6.14.7. The Class "PolicyBooleanValue"

 This class is used to represent a Boolean (TRUE/FALSE) value.  The
 class definition is as follows:
 NAME             PolicyBooleanValue
 DERIVED FROM     PolicyValue
 ABSTRACT         False
 PROPERTIES       BooleanValue
 The property definition is as follows:
 NAME             BooleanValue
 SYNTAX           boolean

6.15. The Class "PolicyRoleCollection"

 This class represents a collection of managed elements that share a
 common role.  The PolicyRoleCollection always exists in the context
 of a system, specified using the PolicyRoleCollectionInSystem
 association.  The value of the PolicyRole property in this class
 specifies the role, and can be matched with the value(s) in the
 PolicyRoles array in PolicyRules and PolicyGroups.  ManagedElements
 that share the role defined in this collection are aggregated into
 the collection via the association ElementInPolicyRoleCollection.

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 NAME             PolicyRoleCollection
 DESCRIPTION      A subclass of the CIM Collection class used to group
                  together managed elements that share a role.
 DERIVED FROM     Collection
 ABSTRACT         FALSE
 PROPERTIES       PolicyRole

6.15.1. The Single-Valued Property "PolicyRole"

 This property represents the role associated with a
 PolicyRoleCollection.  The property definition is as follows:
 NAME             PolicyRole
 DESCRIPTION      A string representing the role associated with a
                  PolicyRoleCollection.
 SYNTAX           string

6.16. The Class "ReusablePolicyContainer"

 The new class ReusablePolicyContainer is defined as follows:
 NAME             ReusablePolicyContainer
 DESCRIPTION      A class representing an administratively defined
                  container for reusable policy-related information.
                  This class does not introduce any additional
                  properties beyond those in its superclass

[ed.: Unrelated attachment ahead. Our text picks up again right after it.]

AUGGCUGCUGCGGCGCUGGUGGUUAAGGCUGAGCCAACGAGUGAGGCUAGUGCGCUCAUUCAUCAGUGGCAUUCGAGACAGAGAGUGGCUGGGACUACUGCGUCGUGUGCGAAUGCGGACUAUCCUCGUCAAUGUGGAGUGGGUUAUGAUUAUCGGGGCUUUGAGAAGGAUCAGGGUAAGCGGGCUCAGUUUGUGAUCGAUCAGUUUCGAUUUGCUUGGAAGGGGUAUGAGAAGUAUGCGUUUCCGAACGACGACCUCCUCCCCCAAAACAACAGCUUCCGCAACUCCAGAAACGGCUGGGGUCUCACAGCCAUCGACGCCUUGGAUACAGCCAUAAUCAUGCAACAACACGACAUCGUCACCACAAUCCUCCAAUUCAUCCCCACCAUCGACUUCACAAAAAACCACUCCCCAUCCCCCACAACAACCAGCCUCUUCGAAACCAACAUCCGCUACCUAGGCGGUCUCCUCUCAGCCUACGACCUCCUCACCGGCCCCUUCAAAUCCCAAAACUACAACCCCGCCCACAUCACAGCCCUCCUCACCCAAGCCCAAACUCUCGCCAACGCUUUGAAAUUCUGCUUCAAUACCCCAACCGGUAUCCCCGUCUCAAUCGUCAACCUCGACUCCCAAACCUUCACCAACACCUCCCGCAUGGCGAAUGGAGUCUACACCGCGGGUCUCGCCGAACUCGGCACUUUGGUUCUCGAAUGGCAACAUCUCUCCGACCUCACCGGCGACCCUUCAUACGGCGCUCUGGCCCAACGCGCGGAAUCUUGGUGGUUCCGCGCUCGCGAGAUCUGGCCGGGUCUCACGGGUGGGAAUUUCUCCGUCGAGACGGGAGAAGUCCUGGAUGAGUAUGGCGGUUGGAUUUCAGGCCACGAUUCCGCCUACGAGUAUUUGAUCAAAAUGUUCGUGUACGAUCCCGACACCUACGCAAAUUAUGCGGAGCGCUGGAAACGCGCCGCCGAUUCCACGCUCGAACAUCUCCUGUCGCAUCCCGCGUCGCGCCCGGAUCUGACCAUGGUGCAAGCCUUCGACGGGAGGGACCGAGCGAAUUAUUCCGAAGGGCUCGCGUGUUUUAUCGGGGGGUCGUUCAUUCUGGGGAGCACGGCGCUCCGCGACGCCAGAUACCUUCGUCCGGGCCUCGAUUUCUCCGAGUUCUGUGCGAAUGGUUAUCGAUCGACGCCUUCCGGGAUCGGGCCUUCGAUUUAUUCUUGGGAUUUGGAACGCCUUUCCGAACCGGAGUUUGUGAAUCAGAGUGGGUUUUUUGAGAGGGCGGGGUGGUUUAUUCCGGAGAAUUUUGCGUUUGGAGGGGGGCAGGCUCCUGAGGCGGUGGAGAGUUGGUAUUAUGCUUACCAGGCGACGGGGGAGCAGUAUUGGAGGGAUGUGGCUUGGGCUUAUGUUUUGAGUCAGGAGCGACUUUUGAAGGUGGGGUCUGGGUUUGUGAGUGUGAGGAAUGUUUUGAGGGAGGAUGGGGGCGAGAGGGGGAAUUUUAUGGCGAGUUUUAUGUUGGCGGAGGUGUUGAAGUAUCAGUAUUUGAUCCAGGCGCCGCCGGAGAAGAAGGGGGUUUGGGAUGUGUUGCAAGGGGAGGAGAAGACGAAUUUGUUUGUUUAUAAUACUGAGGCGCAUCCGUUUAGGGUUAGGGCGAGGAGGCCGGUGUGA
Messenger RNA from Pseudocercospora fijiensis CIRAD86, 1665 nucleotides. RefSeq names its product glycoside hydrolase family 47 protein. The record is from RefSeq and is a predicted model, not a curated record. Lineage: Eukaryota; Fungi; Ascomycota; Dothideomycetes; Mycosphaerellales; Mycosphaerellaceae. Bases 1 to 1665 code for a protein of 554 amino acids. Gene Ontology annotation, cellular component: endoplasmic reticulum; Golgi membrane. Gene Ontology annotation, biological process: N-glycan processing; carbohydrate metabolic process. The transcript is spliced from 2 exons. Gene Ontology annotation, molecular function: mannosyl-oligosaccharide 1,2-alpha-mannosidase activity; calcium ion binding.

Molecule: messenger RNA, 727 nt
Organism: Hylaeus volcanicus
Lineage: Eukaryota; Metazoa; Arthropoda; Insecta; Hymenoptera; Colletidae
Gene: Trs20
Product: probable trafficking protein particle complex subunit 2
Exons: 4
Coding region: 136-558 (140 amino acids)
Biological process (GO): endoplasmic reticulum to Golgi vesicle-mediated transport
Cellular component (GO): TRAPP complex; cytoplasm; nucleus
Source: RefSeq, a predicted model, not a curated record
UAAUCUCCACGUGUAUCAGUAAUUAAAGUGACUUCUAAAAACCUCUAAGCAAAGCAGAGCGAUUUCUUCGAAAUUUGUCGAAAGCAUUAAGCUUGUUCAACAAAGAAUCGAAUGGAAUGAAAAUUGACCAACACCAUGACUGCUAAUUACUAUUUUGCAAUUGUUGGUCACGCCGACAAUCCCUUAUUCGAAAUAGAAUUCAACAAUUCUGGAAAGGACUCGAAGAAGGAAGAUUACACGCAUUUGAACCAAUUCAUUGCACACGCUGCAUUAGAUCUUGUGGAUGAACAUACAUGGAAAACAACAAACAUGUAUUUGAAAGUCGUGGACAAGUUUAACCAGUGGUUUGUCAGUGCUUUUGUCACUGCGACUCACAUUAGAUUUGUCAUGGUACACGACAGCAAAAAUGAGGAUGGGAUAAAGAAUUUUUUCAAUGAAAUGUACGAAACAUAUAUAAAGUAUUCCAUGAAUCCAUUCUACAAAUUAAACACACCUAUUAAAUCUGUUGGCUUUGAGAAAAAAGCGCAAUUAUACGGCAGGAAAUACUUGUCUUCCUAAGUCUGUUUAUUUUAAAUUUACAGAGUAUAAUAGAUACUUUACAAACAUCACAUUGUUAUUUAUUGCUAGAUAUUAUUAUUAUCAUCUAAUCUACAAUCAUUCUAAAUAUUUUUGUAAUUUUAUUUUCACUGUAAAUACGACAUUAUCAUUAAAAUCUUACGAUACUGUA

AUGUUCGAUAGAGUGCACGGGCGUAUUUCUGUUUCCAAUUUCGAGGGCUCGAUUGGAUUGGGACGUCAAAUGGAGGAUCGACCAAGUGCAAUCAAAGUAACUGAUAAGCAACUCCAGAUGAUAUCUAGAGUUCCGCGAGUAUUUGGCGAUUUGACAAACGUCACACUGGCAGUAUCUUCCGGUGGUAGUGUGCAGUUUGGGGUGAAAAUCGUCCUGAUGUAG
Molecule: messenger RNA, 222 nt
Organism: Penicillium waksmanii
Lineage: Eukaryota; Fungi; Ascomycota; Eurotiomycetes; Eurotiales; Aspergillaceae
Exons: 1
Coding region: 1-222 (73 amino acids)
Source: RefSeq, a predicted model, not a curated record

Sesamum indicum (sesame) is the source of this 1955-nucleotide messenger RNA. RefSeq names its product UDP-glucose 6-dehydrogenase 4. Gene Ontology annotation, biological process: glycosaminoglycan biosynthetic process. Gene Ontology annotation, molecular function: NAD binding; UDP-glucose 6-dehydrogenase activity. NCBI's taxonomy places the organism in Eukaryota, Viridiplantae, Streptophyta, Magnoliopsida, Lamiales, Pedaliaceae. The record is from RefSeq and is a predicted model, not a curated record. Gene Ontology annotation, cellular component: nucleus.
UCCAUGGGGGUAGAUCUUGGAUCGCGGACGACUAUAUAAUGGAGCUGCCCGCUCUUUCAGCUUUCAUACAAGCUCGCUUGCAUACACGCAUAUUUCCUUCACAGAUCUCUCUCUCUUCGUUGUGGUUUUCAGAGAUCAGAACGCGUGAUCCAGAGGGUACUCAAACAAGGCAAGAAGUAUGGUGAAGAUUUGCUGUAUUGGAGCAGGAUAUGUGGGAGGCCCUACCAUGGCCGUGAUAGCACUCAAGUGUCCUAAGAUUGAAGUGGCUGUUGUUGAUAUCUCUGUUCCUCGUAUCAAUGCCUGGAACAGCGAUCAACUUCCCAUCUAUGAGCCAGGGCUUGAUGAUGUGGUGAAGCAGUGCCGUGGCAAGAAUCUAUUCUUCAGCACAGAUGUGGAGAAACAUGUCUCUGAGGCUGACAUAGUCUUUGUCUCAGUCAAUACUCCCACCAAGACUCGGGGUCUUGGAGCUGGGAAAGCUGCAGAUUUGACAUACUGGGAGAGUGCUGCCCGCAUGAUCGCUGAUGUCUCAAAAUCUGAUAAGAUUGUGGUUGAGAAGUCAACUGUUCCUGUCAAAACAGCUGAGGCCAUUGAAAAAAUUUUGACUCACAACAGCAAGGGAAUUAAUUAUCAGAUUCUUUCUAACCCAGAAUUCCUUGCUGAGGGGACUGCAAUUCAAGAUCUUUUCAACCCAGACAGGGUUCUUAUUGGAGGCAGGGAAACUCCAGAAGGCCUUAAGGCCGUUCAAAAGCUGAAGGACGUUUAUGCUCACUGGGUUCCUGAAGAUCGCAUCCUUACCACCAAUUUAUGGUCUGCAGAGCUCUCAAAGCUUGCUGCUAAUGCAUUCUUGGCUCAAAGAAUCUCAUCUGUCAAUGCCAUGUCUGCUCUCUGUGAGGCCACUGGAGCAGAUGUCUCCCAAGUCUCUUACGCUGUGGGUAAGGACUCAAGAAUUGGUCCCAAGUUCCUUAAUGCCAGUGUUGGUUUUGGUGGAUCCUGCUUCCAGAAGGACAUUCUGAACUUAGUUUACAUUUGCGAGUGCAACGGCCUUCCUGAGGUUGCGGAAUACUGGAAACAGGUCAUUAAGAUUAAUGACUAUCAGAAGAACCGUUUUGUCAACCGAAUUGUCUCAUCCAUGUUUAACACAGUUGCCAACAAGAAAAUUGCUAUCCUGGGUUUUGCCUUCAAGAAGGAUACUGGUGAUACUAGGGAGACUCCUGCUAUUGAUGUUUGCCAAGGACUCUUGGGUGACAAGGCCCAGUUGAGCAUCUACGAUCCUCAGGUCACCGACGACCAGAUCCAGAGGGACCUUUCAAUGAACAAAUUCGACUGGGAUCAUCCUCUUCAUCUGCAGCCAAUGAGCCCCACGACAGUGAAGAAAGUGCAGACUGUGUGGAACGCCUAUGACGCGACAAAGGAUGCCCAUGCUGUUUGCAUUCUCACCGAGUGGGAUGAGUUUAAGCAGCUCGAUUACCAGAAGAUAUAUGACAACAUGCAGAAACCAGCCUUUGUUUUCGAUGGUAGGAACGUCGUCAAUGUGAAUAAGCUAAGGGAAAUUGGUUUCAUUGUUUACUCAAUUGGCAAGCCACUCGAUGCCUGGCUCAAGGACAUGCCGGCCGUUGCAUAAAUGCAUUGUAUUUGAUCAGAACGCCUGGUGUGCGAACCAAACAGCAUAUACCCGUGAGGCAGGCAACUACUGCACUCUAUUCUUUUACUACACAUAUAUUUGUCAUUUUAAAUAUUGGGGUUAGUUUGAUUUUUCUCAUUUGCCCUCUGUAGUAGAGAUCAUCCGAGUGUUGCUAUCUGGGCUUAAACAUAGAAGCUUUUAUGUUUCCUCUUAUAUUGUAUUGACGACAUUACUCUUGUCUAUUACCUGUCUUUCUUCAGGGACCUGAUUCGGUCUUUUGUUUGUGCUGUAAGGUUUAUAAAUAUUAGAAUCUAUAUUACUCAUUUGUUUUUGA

AdminDomain.  It does, however, participate in
                  a number of unique associations.
 DERIVED FROM     AdminDomain
 ABSTRACT         FALSE
 PROPERTIES       (none)

6.17. Deprecate PCIM's Class "PolicyRepository"

 The class definition of PolicyRepository (from PCIM) is updated as
 follows, with an indication that the class has been deprecated.  Note
 that when an element of the model is deprecated, its replacement
 element is identified explicitly.
 NAME             PolicyRepository
 DEPRECATED FOR   ReusablePolicyContainer
 DESCRIPTION      A class representing an administratively defined
                  container for reusable policy-related information.
                  This class does not introduce any additional
                  properties beyond those in its superclass
                  AdminDomain.  It does, however, participate in a
                  number of unique associations.

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 DERIVED FROM     AdminDomain
 ABSTRACT         FALSE
 PROPERTIES       (none)

6.18. The Abstract Class "FilterEntryBase"

 FilterEntryBase is the abstract base class from which all filter
 entry classes are derived.  It serves as the endpoint for the
 EntriesInFilterList aggregation, which groups filter entries into
 filter lists.  Its properties include CIM naming attributes and an
 IsNegated boolean property (to easily "NOT" the match information
 specified in an instance of one of its subclasses).
 The class definition is as follows:
 NAME                FilterEntryBase
 DESCRIPTION         An abstract class representing a single
                     filter that is aggregated into a
                     FilterList via the aggregation
                     EntriesInFilterList.
 DERIVED FROM        LogicalElement
 TYPE                Abstract
 PROPERTIES          IsNegated

6.19. The Class "IpHeadersFilter"

 This concrete class contains the most commonly required properties
 for performing filtering on IP, TCP or UDP headers.  Properties not
 present in an instance of IPHeadersFilter are treated as 'all
 values'.  A property HdrIpVersion identifies whether the IP addresses
 in an instance are IPv4 or IPv6 addresses.  Since the source and
 destination IP addresses come from the same packet header, they will
 always be of the same type.
 The class definition is as follows:
 NAME                IpHeadersFilter
 DESCRIPTION         A class representing an entire IP
                     header filter, or any subset of one.
 DERIVED FROM        FilterEntryBase
 TYPE                Concrete
 PROPERTIES          HdrIpVersion, HdrSrcAddress,
                     HdrSrcAddressEndOfRange, HdrSrcMask,
                     HdrDestAddress, HdrDestAddressEndOfRange,
                     HdrDestMask, HdrProtocolID,
                     HdrSrcPortStart, HdrSrcPortEnd,
                     HdrDestPortStart, HdrDestPortEnd, HdrDSCP[ ],
                     HdrFlowLabel

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6.19.1. The Property HdrIpVersion